What do we really mean when we call ourselves independant? Are we truly self-sufficient, or simply a heavily dependant individualist? Let's explore. But first, we'll define independence as the extent to which we rely on the external world to meet our needs.
This definition is critical to avoiding the common pitfall of considering independence to mean only financial independence, prioritizing the idea of not relying on other people for money. Conflating these two definitions fails to appreciate the fact that money is far from our only need, and other people are not the only thing on which we can rely. When we focus exclusively on financial independence, we consider independent people to be those who can afford to be taken care of, rather than those who can care for (themselves and others).
In reality, these individuals are often equally as dependent on their caretakers (whether they be cleaners, restaurants, or drivers) as those who depend on their community, government, church, or family. The difference isn’t their level of independence, but rather the mechanisms supporting them. Mistaking wealth for independence only makes us increasingly helpless as we slowly lose the ability to cook for ourselves, clean for ourselves, groom ourselves, transport and navigate for ourselves, and entertain ourselves. We both celebrate and sacrifice our independence simultaneously, becoming heavily reliant on the massive industries and systems supporting us.
Realizing that we’re all interdependent tells us that claims of independence are often actually expressions of individualist values. Such claims don’t necessarily express a level of self-reliance but rather a value for the individual over the collective. This nuance shows that we can have very self-sufficient, capable collectivists who recognize and leverage their interdependencies, or dependent individualists who deny their interdependencies while promoting self-interest.
Either of these individuals may be described as independent in their everyday lives, despite the fact that there are significant differences between them. Dependent individualism, at its worst, means tacitly refusing to take responsibility for the well-being of those around us.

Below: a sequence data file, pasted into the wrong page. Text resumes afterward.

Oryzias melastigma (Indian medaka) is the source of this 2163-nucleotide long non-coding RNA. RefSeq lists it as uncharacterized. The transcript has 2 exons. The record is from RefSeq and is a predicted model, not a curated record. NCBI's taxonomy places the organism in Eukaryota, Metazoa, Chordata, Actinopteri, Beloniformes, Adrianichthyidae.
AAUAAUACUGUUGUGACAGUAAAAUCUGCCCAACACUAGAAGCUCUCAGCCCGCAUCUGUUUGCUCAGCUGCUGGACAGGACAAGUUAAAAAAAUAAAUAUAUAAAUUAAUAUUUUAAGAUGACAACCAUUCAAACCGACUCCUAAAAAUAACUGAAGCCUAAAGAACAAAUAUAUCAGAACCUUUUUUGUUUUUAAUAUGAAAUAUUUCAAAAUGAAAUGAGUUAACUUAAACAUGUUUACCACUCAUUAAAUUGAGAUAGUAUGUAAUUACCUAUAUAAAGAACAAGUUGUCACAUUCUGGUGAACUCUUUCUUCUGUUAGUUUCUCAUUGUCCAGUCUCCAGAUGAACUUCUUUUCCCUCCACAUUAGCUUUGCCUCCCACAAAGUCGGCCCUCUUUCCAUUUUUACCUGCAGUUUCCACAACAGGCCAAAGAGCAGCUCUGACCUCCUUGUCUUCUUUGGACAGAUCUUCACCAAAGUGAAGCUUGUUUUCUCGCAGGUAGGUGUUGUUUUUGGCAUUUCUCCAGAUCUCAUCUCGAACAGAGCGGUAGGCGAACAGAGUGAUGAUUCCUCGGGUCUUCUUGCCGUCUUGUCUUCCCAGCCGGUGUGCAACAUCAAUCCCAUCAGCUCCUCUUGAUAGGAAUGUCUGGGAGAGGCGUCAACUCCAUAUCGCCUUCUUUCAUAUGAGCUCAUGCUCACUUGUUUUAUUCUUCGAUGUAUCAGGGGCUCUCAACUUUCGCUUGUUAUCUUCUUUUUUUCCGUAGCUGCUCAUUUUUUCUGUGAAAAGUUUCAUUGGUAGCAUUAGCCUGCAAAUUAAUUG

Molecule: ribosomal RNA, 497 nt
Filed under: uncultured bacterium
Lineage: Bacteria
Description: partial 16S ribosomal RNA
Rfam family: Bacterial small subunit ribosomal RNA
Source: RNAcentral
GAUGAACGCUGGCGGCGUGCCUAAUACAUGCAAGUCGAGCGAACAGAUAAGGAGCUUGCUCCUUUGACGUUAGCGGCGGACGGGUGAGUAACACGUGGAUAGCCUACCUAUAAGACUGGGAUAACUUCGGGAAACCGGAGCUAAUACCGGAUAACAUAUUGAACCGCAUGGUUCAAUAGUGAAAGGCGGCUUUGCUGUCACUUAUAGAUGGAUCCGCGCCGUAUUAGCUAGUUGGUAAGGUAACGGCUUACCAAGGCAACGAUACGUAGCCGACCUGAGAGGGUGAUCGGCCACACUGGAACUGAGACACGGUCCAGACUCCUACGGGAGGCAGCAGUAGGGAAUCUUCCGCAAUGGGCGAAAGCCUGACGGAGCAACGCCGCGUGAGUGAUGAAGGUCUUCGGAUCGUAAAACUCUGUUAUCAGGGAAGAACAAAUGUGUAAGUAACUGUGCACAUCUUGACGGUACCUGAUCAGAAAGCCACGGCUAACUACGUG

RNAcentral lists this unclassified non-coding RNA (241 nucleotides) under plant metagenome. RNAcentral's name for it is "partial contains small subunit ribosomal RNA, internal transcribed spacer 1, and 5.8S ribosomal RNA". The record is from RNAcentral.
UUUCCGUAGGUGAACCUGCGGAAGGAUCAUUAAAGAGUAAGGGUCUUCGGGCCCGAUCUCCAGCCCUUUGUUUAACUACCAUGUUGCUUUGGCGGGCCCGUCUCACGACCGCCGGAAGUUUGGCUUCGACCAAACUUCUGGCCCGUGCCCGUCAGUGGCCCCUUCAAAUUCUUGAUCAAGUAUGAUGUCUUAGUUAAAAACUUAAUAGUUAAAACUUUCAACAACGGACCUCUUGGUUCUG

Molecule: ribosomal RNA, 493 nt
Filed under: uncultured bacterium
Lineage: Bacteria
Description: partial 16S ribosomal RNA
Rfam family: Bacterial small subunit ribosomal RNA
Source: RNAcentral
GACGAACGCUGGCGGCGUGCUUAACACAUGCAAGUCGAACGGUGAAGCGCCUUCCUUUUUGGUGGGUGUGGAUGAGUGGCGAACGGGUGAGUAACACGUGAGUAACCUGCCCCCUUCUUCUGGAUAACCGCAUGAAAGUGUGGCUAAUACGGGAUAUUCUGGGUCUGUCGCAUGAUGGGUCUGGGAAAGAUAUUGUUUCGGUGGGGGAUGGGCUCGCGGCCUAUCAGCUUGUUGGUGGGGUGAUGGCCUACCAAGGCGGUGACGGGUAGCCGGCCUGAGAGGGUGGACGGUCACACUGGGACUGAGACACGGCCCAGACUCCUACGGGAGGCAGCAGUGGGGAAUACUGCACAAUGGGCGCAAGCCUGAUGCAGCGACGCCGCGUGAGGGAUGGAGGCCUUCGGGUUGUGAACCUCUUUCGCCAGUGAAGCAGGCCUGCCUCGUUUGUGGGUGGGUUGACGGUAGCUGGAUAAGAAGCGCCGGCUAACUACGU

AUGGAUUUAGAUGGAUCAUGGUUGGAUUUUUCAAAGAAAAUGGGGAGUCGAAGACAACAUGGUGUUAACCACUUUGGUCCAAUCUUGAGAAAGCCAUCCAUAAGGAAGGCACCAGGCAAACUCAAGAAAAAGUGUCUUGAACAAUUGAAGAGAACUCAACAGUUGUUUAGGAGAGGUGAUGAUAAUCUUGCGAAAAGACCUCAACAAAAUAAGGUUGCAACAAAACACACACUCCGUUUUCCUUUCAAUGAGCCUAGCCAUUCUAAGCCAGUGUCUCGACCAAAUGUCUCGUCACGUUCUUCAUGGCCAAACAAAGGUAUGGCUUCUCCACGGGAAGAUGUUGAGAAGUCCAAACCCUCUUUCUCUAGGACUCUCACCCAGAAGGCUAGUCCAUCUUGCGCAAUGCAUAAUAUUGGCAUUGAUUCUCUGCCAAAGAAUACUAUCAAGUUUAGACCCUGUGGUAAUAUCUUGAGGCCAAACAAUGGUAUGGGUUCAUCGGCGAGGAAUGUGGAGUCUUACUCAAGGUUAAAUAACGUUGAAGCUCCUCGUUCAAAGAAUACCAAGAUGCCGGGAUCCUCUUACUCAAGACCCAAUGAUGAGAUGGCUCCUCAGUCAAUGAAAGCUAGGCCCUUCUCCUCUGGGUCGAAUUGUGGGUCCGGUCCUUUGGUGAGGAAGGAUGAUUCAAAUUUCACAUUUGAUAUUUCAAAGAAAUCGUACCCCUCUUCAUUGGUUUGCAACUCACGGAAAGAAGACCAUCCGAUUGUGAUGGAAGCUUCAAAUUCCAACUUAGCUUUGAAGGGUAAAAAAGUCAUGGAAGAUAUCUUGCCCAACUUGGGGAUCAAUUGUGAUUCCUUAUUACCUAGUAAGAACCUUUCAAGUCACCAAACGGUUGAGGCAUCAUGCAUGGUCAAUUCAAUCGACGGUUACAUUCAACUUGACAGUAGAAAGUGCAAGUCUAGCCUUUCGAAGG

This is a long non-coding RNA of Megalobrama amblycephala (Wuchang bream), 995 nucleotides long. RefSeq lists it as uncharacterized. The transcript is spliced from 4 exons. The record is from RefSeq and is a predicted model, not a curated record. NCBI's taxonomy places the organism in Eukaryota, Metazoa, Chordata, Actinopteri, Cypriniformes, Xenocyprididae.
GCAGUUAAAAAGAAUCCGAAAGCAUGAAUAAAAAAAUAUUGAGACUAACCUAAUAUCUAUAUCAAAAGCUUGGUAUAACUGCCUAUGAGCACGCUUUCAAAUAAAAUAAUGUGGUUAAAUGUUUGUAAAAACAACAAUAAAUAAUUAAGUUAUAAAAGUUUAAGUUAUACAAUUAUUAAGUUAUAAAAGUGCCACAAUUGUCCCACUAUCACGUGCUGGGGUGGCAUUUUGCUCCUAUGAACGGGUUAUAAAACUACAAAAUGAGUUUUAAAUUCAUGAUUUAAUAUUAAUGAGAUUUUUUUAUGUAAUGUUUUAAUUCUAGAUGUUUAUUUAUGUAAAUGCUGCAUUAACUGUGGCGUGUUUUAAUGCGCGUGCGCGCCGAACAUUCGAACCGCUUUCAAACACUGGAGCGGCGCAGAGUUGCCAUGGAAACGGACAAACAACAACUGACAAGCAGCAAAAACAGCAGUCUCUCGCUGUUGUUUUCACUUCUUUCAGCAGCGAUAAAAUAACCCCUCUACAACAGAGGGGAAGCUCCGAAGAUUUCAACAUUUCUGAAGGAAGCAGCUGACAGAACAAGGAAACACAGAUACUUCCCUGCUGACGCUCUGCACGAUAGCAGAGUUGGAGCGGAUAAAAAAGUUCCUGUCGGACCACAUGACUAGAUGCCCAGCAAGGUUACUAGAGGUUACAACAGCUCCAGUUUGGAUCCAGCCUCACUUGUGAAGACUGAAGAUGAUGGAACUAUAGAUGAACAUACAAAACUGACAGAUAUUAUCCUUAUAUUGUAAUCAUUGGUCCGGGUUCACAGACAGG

Connection to others is an essential tool in cultivating self-sufficiency while maintaining interdependence. It does this by leading us to place value in our communities and take responsibility for their health and well-being. This can transform us from being individualists, overly dependent on commercial solutions to simple problems into self-sufficient community members. Community and connection must both be considered a part self-sufficiency because they are necessities to our individual mental well-being and health. We need them for our survival and happiness.
The lines between individualism, collectivism, independence, self-sufficiency and reliance are blurry. They should be. Sharp separations and universal truths are typically asserted for the sake of argument rather than understanding. To understand, we instead need to see that these are simply words we use to describe complex and overlapping sentiments.
As individuals, we can exist within collectives and within communities. Similarly, it is our position in our community that allows us to maintain our individuality.
Self-sufficiency allows us to productively and meaningfully rely on others without being overly burdensome. Simultaneously, understanding our inevitable dependence on others means that we must realistically consider the ways in which we take care of ourselves through connection. We must rely on, show gratitude towards, and reciprocate those who enable our survival. There is no lone individual nor is there an absolute community; no one lives in a vacuum, nor does anyone sacrifice all personal responsibility. The challenge we face is to understand the complexity of these ideas and their unique implications so that we can begin to use this new understanding as motivation to connect, grow, and come together.